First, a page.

What if you woke up one day and find there was no water? This has probably happened to you already as water is a scarce resource and most urban cities in India are already facing this challenge. The biggest source of fresh water in India is rainwater and sadly there is little or no effort taken to harvest this resource for better future use.
According to the WHO standards, every person living in cities should get 135 litres per capita per day. The reality however is that most people don’t even get 10 litres per capita per day.
Rajendra Singh, also known as the ‘water man of India’, in 2016 said that World War III will be fought for drinking water. With the current situation we are facing across urban India, this doesn’t seem impossible, does it? The Chennai water crisis is nothing but a short trailer of this impending disaster. Almost 150 water bodies in Chennai have drained up already, leaving people to struggle for water for their daily needs.
Even with an entire city gone dry, thousands of litres of water are still being wasted across India. We do not seem to be learning from our mistakes.
Monsoon has already arrived in most parts of India and we have wasted precious amount of rainwater that could have been the answer to the present water crisis in the country.
Rainwater harvesting is an easy and cost-effective method to save rainwater for not just the present but also for our future generations. It is nothing but the accumulation of rainwater for later reuse. Rainwater can be used not just for secondary purposes but also as a major source for drinking water as it is the best source of fresh water.
Rainwater harvesting can be done both on a small scale and a large scale. Here are some of the most effective and efficient ways to start rainwater harvesting quickly.
The most trending method of rainwater harvesting is this method developed by a resident of Chennai, Dayanand Krishnan, who was hit by the water crisis in his city. This system just needs less than five resources and a budget of Rs 250. The rainwater coming from the terrace is collected in a drum by removing the impurities with a cloth filter.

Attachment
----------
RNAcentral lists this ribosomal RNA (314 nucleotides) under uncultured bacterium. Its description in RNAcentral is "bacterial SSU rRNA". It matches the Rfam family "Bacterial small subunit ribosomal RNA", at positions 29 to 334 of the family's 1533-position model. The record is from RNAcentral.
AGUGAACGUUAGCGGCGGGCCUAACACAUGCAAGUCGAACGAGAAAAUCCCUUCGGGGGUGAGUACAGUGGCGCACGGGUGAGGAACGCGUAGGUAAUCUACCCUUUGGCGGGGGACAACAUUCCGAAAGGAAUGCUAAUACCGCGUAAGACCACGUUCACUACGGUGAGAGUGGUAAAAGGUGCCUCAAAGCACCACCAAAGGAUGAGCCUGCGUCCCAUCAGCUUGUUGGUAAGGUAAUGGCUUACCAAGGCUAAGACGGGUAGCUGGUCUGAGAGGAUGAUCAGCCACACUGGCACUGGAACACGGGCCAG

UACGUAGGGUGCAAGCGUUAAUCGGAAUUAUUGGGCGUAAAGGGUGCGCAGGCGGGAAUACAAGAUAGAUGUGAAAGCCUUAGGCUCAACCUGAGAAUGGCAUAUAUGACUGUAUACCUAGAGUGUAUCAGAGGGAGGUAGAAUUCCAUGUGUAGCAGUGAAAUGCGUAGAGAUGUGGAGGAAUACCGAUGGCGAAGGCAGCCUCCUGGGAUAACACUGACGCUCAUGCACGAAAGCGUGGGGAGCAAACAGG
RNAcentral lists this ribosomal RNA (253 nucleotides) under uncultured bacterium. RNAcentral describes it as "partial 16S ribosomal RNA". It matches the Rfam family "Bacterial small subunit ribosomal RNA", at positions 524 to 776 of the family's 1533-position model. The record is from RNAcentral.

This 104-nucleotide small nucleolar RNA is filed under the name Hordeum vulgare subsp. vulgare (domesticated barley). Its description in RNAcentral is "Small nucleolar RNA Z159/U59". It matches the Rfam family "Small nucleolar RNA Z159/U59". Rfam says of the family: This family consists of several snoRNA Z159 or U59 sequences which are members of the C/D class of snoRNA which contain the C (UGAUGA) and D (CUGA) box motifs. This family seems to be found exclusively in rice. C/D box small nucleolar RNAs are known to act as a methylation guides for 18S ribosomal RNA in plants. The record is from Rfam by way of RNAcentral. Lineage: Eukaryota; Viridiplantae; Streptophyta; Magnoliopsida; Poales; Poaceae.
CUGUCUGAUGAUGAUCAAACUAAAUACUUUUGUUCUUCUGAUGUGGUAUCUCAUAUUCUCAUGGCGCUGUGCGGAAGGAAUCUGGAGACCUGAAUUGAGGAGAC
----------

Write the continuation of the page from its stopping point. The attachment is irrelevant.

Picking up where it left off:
Rooftop rainwater harvesting as the name suggests is a method of collecting the rainwater in the place where it falls. The water is collected in the rooftop in an artificial storage system and can be used according to the need. Rooftop harvesting is very effective as it does not utilize any additional space. 1000 square feet of roof area can harvest 600 Gallons of rainwater from a 1-inch rainfall.
In urban cities, there is less space for rainwater to penetrate into the earth and it flows over the surface. An efficient and effective way to use this rainwater is to collect the surface runoff in a storage system. This can in another way reduce the flooding of due to rainwater on the surface in urban cities which is very common during the monsoons.
Rainwater harvesting can be used to recharge the groundwater aquifers, which can help in balancing the water level on earth. Corporate companies can install RWH systems on large scale and divert the collected water into the groundwater aquifers like bore wells and recharge pits.
Rainwater is the only source for sustaining life in the near future which people have still not realised. The NITI Aayog in their latest report has stated that 21 cities including Hyderabad, Bangalore, Delhi, and Mumbai will be out of the water by 2020. Rainwater harvesting is not the need of the government. It is the need of you and me. What’s lost is lost. All that we can do now is to save what we have now. Start rainwater harvesting today before you regret tomorrow.